The inevitable has happened - Brandon Sanderson has admitted that he can't wrap up all the various plotlines in one book - so we're going to get three :shock:

Sanderson's actually posted a very good article to his website about the reasons behind the spilt, and what he says makes a good deal of sense - though the thought of three more books will sure to enrage some people.

PostPosted: Sun Apr 19, 2009 4:57 am
by umsolopagas
Heaven help us.

I've just finished book 11 and to be honest I count it as a penance for mulishly continuing the story which has minimal character development, considering its length. After all this time too few of the characters who keep the story flowing stand out.

One word for all this - tedious.

Re: Sanderson

PostPosted: Mon Mar 08, 2010 4:50 pm
by Tim_the_Bald
umsolopagas wrote:Heaven help us.

I've just finished book 11 and to be honest I count it as a penance for mulishly continuing the story which has minimal character development, considering its length. After all this time too few of the characters who keep the story flowing stand out.

One word for all this - tedious.


Sanderson managed to kill off one subplot before even reaching the first chapter. Good for him! One down, 30 to go.

Re: Robert Jordan, Brandon Sandersen, and Wheel Of Time

PostPosted: Wed Jun 01, 2011 3:04 pm
by clong
I finally read The Gathering Storm, and I would have to say it is (a) one of the most satisfying books in the series in a long time and (b) true to everything I love about WOT. Which is not to say that there aren't noticeable stylistic differences and and the odd hokey moment, but the characters are almost completely spot on and the pacing was great. I haven't read anything else by Brandon Sanderson--I think his effort here is miraculous.

Re: Robert Jordan, Brandon Sandersen, and Wheel Of Time

PostPosted: Fri Jun 24, 2011 5:16 am
by Zelazny
clong wrote:I finally read The Gathering Storm, and I would have to say it is (a) one of the most satisfying books in the series in a long time and (b) true to everything I love about WOT. Which is not to say that there aren't noticeable stylistic differences and and the odd hokey moment, but the characters are almost completely spot on and the pacing was great. I haven't read anything else by Brandon Sanderson--I think his effort here is miraculous.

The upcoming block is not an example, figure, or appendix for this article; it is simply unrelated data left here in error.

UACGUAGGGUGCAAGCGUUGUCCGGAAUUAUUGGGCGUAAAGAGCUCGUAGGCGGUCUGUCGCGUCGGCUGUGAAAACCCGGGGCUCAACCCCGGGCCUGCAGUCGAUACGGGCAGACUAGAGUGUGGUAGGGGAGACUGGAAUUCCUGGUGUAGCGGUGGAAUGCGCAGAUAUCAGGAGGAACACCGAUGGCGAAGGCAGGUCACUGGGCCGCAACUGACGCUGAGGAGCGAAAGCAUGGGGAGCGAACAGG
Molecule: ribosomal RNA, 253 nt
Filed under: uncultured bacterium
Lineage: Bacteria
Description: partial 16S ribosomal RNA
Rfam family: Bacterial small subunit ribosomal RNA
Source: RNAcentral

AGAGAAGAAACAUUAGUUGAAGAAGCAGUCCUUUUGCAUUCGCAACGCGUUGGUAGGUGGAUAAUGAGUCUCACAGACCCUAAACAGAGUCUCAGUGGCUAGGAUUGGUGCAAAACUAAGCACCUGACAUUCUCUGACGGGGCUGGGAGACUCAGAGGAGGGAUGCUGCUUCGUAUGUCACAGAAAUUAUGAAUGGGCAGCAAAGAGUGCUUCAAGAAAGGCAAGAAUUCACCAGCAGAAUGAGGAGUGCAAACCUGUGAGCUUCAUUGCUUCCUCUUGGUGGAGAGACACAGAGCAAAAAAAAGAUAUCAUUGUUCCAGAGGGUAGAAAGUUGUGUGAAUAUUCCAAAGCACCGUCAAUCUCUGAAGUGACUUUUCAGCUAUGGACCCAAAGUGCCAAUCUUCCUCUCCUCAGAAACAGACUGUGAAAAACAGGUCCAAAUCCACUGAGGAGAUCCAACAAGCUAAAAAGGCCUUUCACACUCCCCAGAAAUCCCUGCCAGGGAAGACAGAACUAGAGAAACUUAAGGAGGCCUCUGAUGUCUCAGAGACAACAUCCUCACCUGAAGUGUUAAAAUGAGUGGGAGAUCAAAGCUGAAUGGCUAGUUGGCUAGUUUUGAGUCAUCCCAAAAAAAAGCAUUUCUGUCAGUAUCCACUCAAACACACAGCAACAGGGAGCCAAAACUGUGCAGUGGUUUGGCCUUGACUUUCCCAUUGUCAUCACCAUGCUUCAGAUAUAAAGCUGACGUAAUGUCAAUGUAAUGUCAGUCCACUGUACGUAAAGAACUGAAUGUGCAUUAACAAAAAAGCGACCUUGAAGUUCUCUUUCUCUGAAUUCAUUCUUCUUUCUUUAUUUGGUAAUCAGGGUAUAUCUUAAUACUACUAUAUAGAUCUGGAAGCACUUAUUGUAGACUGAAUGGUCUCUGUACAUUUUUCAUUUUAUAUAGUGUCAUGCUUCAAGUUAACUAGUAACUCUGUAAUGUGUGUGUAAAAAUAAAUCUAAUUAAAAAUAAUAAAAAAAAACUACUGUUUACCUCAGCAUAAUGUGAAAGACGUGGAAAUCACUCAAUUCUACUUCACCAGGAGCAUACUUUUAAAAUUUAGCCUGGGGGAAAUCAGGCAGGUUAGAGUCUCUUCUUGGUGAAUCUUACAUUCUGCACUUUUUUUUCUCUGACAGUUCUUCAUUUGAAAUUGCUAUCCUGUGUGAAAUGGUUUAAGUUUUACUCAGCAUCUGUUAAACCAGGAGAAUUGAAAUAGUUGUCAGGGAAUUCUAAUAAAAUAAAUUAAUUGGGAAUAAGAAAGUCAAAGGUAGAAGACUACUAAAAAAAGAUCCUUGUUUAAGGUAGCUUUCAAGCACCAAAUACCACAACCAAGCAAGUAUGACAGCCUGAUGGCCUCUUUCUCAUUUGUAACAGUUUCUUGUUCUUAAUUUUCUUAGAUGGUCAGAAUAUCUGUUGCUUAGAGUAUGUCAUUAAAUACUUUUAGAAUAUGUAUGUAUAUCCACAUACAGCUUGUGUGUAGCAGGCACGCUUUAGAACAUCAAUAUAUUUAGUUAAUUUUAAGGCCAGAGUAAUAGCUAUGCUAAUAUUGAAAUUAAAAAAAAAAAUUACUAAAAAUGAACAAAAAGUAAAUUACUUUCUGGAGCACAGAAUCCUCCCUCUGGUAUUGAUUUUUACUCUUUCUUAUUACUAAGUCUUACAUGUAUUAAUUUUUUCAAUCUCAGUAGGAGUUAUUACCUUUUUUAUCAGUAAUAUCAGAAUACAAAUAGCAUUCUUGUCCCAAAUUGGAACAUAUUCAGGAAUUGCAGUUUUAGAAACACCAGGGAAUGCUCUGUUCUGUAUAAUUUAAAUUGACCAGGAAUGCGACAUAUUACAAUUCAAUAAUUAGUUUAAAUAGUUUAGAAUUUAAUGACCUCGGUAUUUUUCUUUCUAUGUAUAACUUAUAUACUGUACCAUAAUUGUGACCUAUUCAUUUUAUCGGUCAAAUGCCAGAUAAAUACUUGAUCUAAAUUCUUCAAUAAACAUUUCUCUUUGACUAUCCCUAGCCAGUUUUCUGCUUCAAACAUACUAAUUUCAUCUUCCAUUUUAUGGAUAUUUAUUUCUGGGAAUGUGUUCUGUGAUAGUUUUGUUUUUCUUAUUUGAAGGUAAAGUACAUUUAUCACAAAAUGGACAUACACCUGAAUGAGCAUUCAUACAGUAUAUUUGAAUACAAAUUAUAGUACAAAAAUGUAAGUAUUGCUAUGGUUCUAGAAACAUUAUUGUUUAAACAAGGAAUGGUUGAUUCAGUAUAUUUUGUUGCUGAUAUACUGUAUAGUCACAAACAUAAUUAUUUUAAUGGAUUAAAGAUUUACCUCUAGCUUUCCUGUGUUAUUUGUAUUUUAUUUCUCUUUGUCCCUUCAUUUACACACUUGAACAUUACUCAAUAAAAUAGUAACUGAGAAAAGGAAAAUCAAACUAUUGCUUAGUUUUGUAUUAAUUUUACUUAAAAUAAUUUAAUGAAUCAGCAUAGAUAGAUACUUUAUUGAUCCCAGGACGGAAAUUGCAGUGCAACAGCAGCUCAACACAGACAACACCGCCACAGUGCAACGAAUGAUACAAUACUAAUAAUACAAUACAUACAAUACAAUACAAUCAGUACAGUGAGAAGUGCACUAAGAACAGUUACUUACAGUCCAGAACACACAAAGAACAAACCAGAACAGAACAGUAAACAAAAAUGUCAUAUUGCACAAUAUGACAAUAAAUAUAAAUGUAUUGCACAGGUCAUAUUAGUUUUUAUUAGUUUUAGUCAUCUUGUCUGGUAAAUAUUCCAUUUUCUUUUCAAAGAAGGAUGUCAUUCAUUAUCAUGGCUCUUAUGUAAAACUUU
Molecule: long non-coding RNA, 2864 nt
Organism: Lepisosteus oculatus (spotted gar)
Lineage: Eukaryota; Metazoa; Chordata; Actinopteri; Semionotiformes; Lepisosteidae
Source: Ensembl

I'd have to agree with you. The same goes for Towers of Midnight. Both have strong story progression - you can really feel the end is nearing, and you can look back and say "ahh yes, that's the book where x happens", which is sadly not true for a number of books in the middle of the series.

I'd agree, he doesn't always read like Jordan, but I was getting a bit tired of the wheel of time taking forever to resolve. Books like Crossroads of Twilight just annoyed me, so I'm happy to see good progression towards what seems like a strong finish. I'm really looking forward to the final instalment.

Re: Robert Jordan, Brandon Sandersen, and Wheel Of Time

PostPosted: Tue Feb 04, 2014 11:10 pm
by tmaring
Hi, I'm new to the forums... but can it be true that there have been no posts in the Robert Jordan forum since 2011? Maybe I'm reading the dates wrong.

Re: Robert Jordan, Brandon Sandersen, and Wheel Of Time

PostPosted: Wed Feb 05, 2014 7:03 am
by clong
tmaring wrote:Hi, I'm new to the forums... but can it be true that there have been no posts in the Robert Jordan forum since 2011? Maybe I'm reading the dates wrong.


While a few of our forums continue to be very active, general participation in book discussions on ibdof has languished in recent years as most of the participants from the early days of the site (and its aborted efforts to merge with iblist) have moved on to other things. Feel free to try to kick start any discussion areas in which you have an interest. :thumb: